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January 30.docx

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Department
Psychology
Course
PSYC 1002
Professor
Kim O' Neil
Semester
Winter

Description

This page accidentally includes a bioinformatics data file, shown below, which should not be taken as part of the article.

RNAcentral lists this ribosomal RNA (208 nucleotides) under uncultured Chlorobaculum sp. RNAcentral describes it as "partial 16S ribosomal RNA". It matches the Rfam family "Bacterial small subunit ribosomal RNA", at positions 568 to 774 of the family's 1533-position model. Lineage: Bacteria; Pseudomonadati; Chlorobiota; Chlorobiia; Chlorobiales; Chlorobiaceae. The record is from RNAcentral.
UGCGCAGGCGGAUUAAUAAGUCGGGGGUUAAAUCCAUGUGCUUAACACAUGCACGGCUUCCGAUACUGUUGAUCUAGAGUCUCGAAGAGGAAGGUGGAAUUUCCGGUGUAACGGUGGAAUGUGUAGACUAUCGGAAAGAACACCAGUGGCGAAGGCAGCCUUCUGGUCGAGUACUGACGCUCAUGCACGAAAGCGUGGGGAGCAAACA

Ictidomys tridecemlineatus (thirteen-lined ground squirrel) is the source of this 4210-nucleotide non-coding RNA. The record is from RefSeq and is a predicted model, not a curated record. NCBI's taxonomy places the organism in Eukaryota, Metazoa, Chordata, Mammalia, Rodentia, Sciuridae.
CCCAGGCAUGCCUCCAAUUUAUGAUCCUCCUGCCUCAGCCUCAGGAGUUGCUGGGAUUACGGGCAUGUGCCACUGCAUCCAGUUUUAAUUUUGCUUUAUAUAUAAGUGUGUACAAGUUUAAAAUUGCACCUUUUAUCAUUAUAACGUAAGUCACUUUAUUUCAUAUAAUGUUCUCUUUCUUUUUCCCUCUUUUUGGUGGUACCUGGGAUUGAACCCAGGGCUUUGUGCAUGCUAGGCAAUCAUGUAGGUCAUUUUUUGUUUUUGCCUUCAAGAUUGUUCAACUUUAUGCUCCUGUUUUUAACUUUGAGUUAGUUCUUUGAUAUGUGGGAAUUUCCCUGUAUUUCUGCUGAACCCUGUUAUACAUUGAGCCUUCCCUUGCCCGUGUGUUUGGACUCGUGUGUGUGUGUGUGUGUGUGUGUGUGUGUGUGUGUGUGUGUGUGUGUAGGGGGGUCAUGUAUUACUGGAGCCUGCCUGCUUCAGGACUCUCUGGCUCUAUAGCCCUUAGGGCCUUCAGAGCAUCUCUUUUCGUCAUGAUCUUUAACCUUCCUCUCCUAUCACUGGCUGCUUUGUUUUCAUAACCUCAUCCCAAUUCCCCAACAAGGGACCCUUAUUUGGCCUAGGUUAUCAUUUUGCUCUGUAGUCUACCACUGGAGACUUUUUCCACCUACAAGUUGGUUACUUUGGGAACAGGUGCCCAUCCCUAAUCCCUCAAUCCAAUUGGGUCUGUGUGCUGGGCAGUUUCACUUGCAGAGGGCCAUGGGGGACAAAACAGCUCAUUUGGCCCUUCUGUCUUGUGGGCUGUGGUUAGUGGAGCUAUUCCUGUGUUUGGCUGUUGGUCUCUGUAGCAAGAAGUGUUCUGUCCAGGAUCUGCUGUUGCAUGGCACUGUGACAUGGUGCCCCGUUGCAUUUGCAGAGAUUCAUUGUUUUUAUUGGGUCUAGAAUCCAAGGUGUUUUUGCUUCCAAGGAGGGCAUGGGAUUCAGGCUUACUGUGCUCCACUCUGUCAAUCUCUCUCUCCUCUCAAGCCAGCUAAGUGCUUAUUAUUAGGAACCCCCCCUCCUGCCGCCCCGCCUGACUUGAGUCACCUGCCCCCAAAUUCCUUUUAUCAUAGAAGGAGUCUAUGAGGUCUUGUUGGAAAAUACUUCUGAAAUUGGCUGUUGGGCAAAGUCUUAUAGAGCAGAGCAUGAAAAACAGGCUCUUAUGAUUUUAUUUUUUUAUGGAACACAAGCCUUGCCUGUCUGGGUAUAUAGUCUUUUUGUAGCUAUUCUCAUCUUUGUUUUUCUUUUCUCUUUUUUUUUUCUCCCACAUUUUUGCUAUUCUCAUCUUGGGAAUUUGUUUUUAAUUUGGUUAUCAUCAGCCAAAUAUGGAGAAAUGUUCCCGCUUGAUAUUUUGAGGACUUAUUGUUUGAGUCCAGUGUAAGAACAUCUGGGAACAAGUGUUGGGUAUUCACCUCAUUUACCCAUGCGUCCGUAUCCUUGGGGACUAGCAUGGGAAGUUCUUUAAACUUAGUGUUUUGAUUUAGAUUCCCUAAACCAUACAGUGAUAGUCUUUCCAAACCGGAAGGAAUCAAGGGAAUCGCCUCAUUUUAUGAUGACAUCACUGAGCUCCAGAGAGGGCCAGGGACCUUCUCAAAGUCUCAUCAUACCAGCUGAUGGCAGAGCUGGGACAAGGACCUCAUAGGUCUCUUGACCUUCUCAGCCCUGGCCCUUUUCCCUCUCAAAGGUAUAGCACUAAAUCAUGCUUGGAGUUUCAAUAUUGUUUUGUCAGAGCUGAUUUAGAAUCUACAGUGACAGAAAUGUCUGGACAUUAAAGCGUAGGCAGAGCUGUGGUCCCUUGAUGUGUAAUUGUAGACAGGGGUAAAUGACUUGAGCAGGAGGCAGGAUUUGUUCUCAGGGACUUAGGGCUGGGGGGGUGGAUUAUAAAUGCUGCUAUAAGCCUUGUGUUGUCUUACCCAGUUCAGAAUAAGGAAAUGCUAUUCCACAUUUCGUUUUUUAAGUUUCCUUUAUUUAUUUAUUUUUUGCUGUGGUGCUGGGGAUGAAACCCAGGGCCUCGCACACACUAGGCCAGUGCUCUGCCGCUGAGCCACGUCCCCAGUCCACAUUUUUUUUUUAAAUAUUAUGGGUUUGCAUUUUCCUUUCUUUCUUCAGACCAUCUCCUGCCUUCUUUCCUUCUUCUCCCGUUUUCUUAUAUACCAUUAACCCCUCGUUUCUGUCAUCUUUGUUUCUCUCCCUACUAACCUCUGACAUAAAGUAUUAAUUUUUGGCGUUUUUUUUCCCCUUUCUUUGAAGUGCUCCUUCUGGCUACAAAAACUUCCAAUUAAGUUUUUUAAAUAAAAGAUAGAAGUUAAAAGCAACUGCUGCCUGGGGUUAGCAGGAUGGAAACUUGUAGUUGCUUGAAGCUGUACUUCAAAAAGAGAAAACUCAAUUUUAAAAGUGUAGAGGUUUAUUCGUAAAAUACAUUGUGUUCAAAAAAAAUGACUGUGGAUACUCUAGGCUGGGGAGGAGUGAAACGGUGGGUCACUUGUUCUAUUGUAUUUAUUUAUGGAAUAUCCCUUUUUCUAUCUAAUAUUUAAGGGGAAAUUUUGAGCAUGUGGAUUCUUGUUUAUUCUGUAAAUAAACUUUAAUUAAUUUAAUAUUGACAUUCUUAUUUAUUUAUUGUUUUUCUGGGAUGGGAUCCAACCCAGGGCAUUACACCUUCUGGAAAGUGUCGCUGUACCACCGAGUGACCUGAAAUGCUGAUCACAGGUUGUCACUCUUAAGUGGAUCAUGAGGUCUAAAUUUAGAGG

PSYC 1002 Thursday January 30th, 2014 Housekeeping • Our exam is TWO WEEKS from today. Next week will be our last class for the midterm content. The exam will be 2 hours long. • The midterm exam covers chapters 9, 10, 11 and 12. Early Emotional Development:Attachment • Separation anxiety (only happens after the first 7 months) • MaryAinsworth (1979) — Separation anxiety is the main subject of her work. • The strange situation and patterns of attachment. Secure • Distressed when mom leaves, and happy when mom returns. • Anxious-ambivalent • Distressed when mom leaves, unsure and still a bit upset when she returns. • Avoidant • Doesn’t care when mom leaves, doesn’t care when mom comes back. • Disorganized/Disoriented (this is very ambiguous and related to abusive environments) • Child is very dazed and confused when mother is present. • Developing secure attachment • Bonding at birth, Daycare, Cultural factors • • Attachment is ESSENTIAL in the first 24 months after birth. • Evolutionary perspectives on attachment Reactive attachment disorder: Inability to attach to someone/anyone. We see this a lot with • criminals because they tend to care less about feelings and people. Daycare Studies • Seeing how high-quality and low-quality daycare affects upbringing (cognitive and • emotional). In low-quality care the children were at an advantage. In low-quality daycare, the children • were at a disadvantage. Bowlby Theory Infants are pre-wired with the ability to attach. He says that we are born with the ability to • make eye contact and smile and do other things that will endear them to a caregiver, to draw them in and make an attachment. Freud Theory Attachment is about survival and feeding. He says babies will bond with a caretaker because • they want to be fed and that person will feed them. Harlow Experiment This experiment shows that it doesn't matter who or what serves at the “mother figure,” all that • matters is warmth, comfort and food. Stage Theories of Development: Personality • Stage theories, three components. • Progress through stages in order. Progress through stages related to age. • Erik Erikson (1963) • Eight stages spanning the lifespan • Psychosocial crisis determining balance between opposing polarities in personality. • Freud was the first to discover that your early childhood environment has a huge impact on • later life. Erikson caught onto this and followed up. Fig 11.9 – Erikson’s stage theory. Erikson’s theory of personality development posits that people evolve through eight stages over the life span. Each stage is marked by a psychosocial crisis that involves confronting a fundamental question, such as “Who am I and where am I going?” The stages are described in terms of alternative traits that are potential outcomes from the crises. Development is enhanced when a crisis is resolved in favor of the healthier alternative (which is listed first for each stage). Stage Theories: Cognitive Development Jean Piaget (1920s-1980s) • Assimilation/Accommodation • 4 stages and major milestones • Sensorimotor • • Object permanence: Knowing something exists even when it’s not in front of you. Piaget says this is not apparent in children under 7 months of age. He says that separation anxiety occurs when objet permanence occurs because this is • when the child will know that the caretaker is gone but can come back. Pre-operational • Centration, Egocentrism, this is also around the time that speaking begins. • • Children at this age do not understand things backwards (ie. problems or equations). They also cannot see things from other points of view because they are egocentric. Concrete Operational • • Decentration, Reversibility, Conservation • We can now organize and categorize as well as master the conservation task. • Formal Operational Abstraction, lots of cognitive development, critical thinking, problem solving. • Scheme • • Infants are not as strong with their schemes. For example, children may have a scheme for “dog” because they have a dog next door. The dog is big and brown, therefore the scheme they have is “big, brown dog.” This means if they see a big brown cat they will still call it a dog until the learn more • information for schemes. Fig 11.10 – Piaget’s stage theory. Piaget’s theory of cognitive development identifies four stages marked by fundamentally different modes of thinking through which youngsters evolve. The approximat
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